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Looking Forward To Liverpool 2023 With A Few Predictions Written by on October 12, 2022

With the announcement of Liverpool as the host city for the Eurovision Song Contest 2023, the team at ESC insight and some friends of the parish look ahead to the 67th Contest and make some predictions.

Ewan Spence: The Hit Machine

Once is happenstance, twice is a coincidence, three times is a musical certainty.

The success of Duncan Laurence’s ‘Arcade’ in both the online viral music charts and in the wider and more established charts around the world was seen as somewhat surprising following the song’s victory at the Song Contest. Måneskin’s steamrollering of the music world with ‘Zitti e Buoni’ eclipsed ‘Arcade’… and you could argue that ‘Think About Things’ would have joined this successful run if it hadn’t been for a cancelled Contest.

Turin 2022 delivered two massive music wins that will help drive the Contest forward from the musical business point of view. The United Kingdom – arguably the biggest musical market represented at the Song Contest until Spotify is declared an EBU member – found its own superstar in Sam Ryder who caught international attention, sold rather a lot of records, and started a lot of streams.

More importantly, Armenia’s Rosa Lin has taken ‘Snap’ into the charts in nearly thirty territories. This is the sort of success at the Song Contest the industry wants to see. The Contest can make international stars of those taking part, not just those who win.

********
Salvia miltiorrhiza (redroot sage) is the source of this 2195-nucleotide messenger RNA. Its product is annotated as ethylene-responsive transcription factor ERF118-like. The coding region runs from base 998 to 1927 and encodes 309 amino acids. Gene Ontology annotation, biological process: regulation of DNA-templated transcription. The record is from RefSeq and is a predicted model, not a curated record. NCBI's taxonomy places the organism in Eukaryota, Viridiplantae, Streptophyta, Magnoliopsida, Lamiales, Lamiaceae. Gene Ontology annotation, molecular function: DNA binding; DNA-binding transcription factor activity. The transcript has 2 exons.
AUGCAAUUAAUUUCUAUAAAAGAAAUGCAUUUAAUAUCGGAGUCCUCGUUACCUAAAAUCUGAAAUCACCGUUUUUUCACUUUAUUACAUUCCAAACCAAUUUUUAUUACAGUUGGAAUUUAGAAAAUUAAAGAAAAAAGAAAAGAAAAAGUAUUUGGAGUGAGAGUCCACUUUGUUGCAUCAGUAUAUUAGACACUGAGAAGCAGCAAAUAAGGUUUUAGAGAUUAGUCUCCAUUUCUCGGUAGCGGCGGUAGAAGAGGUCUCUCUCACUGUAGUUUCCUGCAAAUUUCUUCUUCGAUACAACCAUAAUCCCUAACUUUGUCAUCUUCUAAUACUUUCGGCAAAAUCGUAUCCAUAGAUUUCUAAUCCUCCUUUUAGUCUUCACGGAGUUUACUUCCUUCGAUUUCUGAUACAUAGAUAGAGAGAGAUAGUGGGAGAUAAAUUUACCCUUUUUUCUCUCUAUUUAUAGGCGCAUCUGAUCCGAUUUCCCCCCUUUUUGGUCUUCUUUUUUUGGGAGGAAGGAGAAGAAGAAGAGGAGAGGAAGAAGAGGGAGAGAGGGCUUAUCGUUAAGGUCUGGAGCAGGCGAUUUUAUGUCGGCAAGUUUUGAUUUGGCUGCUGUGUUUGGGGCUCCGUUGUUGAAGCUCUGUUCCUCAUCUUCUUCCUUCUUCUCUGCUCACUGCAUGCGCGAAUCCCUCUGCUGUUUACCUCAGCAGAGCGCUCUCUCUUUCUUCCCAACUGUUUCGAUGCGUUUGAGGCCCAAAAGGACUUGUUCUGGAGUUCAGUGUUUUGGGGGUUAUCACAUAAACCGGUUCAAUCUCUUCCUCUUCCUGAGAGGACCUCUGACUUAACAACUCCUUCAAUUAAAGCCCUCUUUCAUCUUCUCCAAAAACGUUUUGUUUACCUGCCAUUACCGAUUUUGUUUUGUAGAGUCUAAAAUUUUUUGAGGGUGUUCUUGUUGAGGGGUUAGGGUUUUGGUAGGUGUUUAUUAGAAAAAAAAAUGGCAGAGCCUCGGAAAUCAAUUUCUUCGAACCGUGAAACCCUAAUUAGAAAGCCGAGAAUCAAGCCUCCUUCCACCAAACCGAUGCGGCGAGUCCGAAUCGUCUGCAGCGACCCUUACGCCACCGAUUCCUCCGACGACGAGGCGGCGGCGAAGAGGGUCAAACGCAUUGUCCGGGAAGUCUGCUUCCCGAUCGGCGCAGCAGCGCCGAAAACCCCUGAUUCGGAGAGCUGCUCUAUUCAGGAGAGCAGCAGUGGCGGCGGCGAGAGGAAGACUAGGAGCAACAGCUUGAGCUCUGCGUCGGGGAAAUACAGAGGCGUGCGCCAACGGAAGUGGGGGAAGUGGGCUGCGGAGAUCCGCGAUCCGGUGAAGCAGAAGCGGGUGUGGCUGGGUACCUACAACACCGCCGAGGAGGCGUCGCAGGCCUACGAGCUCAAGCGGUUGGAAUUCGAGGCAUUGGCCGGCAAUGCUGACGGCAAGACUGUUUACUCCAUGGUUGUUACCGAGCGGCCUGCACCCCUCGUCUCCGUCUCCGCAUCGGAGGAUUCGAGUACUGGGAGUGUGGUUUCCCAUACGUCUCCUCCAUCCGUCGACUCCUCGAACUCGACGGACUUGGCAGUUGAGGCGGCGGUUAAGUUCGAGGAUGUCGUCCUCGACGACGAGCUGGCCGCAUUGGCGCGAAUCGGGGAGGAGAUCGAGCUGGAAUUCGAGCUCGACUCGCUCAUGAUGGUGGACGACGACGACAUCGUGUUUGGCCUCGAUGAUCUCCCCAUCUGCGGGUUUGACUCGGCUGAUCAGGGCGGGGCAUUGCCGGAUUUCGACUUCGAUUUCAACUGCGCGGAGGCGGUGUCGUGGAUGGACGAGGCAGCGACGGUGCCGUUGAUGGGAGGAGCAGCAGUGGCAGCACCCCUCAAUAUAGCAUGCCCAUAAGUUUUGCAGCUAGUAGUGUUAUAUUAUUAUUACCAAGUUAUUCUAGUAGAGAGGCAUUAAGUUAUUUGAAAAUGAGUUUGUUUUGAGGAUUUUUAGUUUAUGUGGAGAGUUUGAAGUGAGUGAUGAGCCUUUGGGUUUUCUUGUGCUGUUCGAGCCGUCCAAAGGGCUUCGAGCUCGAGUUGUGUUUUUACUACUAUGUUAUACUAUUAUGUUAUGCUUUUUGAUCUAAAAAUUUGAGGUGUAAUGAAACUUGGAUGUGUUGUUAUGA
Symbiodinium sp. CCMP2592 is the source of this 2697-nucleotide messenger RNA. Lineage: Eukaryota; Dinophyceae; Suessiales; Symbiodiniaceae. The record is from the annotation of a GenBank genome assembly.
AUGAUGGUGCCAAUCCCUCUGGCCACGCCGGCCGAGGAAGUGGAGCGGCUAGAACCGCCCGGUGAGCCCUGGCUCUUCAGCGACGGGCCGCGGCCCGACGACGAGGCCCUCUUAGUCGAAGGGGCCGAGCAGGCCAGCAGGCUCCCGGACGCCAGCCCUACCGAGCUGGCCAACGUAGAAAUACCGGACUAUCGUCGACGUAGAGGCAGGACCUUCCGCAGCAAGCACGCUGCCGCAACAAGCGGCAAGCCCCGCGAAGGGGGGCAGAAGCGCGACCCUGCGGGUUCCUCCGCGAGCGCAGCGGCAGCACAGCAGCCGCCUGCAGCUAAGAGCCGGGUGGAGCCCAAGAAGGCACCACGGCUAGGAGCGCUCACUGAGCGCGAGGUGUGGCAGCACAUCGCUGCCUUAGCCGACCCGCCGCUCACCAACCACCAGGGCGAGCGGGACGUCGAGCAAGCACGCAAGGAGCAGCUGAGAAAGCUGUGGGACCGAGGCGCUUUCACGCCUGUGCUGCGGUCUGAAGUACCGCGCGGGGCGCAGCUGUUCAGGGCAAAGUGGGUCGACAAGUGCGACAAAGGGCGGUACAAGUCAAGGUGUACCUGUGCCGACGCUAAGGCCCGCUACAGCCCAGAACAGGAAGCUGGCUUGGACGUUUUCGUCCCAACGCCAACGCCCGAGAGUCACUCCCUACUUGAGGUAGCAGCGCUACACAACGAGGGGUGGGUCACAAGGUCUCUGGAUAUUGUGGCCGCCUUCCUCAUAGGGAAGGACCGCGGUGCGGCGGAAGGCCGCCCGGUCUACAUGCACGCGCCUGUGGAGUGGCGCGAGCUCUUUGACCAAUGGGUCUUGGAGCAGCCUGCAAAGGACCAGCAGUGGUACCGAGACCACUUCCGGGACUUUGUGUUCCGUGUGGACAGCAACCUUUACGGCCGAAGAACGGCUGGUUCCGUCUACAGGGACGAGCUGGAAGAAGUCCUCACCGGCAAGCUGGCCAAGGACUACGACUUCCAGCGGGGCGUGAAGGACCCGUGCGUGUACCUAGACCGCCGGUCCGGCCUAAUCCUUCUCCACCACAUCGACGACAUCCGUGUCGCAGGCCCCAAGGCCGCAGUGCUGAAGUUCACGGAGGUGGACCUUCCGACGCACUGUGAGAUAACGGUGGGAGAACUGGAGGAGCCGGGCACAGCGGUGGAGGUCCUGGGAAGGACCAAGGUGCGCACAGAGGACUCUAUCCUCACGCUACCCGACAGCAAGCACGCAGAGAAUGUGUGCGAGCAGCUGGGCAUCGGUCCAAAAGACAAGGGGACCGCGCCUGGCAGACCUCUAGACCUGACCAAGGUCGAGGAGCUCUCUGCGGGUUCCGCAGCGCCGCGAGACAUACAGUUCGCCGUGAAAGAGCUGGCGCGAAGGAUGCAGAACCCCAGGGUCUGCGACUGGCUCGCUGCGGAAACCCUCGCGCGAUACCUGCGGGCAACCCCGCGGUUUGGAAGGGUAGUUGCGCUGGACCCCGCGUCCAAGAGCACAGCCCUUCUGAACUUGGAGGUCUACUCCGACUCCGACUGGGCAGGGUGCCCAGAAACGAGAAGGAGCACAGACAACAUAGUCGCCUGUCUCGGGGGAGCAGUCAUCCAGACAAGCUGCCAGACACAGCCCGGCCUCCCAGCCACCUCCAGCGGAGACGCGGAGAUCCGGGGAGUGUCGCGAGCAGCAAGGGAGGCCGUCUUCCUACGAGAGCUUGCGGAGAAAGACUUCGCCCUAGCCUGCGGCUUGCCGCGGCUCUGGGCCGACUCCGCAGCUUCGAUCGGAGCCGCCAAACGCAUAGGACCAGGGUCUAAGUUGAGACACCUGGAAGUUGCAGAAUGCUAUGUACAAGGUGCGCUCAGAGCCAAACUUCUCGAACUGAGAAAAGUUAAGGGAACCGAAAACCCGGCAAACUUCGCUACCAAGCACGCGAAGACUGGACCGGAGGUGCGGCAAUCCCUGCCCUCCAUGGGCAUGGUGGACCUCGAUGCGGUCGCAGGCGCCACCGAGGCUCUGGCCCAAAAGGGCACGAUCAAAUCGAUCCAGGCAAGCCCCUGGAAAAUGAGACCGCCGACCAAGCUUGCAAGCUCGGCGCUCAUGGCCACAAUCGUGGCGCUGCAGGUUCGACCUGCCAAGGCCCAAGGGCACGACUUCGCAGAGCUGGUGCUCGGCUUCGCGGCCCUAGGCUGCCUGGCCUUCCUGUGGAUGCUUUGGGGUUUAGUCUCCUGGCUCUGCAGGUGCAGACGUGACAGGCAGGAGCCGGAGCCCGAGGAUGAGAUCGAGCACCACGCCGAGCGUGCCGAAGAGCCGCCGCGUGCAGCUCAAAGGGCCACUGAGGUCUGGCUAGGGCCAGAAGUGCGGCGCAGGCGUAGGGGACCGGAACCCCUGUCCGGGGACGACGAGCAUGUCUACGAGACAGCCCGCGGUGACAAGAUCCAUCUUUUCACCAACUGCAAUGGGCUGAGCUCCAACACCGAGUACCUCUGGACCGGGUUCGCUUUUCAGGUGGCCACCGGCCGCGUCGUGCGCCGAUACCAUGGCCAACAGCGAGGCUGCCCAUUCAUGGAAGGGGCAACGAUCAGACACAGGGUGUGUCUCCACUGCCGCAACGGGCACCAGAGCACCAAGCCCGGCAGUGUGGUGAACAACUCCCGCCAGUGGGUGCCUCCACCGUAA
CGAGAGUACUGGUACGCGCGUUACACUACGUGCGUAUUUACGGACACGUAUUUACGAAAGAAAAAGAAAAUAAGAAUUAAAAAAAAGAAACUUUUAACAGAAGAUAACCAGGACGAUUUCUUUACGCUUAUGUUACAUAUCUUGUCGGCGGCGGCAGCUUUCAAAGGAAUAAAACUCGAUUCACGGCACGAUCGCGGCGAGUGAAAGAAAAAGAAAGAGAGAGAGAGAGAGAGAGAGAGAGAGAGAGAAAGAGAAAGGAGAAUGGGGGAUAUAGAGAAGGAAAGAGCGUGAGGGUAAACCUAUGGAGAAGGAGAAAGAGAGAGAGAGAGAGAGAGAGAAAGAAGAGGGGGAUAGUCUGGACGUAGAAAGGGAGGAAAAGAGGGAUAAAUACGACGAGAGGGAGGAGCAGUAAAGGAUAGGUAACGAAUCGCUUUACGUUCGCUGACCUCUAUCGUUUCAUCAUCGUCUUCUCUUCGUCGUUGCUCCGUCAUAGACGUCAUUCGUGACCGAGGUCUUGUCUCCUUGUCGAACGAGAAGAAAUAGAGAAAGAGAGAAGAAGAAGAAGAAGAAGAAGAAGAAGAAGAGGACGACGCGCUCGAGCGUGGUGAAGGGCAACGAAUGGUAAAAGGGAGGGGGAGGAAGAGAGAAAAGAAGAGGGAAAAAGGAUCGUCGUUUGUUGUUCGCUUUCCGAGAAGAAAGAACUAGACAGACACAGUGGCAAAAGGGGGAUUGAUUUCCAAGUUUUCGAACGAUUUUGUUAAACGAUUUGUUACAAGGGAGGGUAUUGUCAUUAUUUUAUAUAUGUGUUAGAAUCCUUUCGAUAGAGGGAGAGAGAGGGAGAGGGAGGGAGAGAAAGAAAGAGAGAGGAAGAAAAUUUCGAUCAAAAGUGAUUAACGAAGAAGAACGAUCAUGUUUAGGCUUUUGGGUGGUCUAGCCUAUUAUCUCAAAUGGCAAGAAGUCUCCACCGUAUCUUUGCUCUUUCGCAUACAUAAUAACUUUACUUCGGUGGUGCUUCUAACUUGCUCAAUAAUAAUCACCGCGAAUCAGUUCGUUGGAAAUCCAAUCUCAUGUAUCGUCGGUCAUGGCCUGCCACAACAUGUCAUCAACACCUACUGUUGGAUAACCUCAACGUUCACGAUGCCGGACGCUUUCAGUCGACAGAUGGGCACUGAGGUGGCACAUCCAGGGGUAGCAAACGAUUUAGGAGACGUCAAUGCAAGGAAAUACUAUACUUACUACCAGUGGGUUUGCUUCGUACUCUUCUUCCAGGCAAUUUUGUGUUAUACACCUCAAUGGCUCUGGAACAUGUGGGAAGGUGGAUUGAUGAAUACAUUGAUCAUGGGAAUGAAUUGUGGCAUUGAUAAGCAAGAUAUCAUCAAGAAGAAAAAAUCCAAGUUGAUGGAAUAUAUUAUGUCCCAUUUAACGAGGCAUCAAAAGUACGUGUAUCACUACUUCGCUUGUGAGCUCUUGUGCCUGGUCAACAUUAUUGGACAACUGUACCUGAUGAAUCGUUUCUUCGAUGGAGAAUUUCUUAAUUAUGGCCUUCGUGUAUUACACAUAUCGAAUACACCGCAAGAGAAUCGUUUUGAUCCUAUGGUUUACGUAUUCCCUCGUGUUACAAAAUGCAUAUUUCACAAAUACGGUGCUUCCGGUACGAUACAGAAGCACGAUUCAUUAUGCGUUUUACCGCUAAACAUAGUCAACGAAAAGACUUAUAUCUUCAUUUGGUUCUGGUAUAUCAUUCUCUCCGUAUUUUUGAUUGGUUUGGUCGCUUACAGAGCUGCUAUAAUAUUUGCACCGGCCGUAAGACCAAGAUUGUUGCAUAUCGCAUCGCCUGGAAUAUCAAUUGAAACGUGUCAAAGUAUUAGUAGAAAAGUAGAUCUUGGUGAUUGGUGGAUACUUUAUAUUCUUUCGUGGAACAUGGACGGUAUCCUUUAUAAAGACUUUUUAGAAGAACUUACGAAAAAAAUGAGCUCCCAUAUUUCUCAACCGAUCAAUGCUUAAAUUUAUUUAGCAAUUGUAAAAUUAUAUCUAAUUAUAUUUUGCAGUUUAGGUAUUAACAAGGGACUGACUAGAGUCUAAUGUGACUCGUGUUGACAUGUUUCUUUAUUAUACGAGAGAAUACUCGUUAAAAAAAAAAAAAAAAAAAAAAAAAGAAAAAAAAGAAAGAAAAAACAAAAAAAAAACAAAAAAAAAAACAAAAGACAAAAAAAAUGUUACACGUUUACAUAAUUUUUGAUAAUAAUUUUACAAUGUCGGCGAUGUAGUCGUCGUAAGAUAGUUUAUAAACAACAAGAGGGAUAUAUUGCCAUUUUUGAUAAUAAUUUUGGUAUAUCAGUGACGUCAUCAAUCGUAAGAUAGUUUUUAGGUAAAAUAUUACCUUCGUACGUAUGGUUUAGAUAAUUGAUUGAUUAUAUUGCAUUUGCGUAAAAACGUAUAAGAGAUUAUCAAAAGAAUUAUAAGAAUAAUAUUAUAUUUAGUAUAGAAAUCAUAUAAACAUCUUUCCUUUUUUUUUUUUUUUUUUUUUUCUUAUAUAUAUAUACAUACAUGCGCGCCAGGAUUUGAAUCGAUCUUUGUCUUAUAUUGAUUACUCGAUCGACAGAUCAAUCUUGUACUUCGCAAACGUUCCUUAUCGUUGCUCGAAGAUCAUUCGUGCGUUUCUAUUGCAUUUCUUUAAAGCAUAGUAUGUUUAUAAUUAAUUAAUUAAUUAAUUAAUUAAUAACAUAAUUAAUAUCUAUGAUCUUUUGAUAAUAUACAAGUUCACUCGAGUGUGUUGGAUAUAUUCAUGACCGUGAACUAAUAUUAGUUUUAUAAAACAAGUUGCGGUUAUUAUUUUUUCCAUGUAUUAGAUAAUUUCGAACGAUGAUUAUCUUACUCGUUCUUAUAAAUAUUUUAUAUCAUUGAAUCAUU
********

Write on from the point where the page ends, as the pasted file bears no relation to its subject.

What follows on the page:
I’m expecting the industry to have a renewed focus on the Song Contest, and at least two more ‘star making’ myths to be built around Eurovision 2023.

Ben Robertson: Evolving Community Coverage

We all anticipate that this Eurovision Song Contest will define what it means to be Eurovision in the post-covid era shows. RAI’s Contest was still in the shadow of the global pandemic, and while Covid will not go away, 2023 is the first contest that can take us into a new normal. That includes how the Song Contest and the community work together.

There are always new problems to solve and old problems to re-assess. It could be that the smaller press centres of Rotterdam and Turin continue; it could include a larger online press centre with more options for streaming. There may be a secondary venue in Liverpool for community media to work in, collaborate with each other, and to organise artists’ meets and press conferences.

The BBC and EBU has a real opportunity to guide the culture of our shared community for the next generation.

Sharleen Wright: The Tickets

The demand for tickets has already exploded following confirmation of Liverpool and the dates for the Contest, and is likely to represent an all-time high in terms of demand. The expectations placed on our new hosts will be near impossible to meet.

No matter how many tickets may be assigned through both OGAE and any other arrangements for the wider community, it is likely never going to be enough to keep people happy.  The BBC  continues to show this is a partnership with Ukraine. I would argue that the usual ticket allocation for fans should instead go to Ukrainian refugees to attend.  Will the community agree this is fair and be ready to accept it though?

Chris Halpin: The Big Five Resurgence To Continue

Two contests and four podium spots later, the members of the Big Five (France, Germany, Italy, Spain, and the United Kingdom) are riding high for the most part (apologies, Germany). After years in the doldrums, it seems that momentum and excitement for the Eurovision Song Contest is starting to peak in these key countries.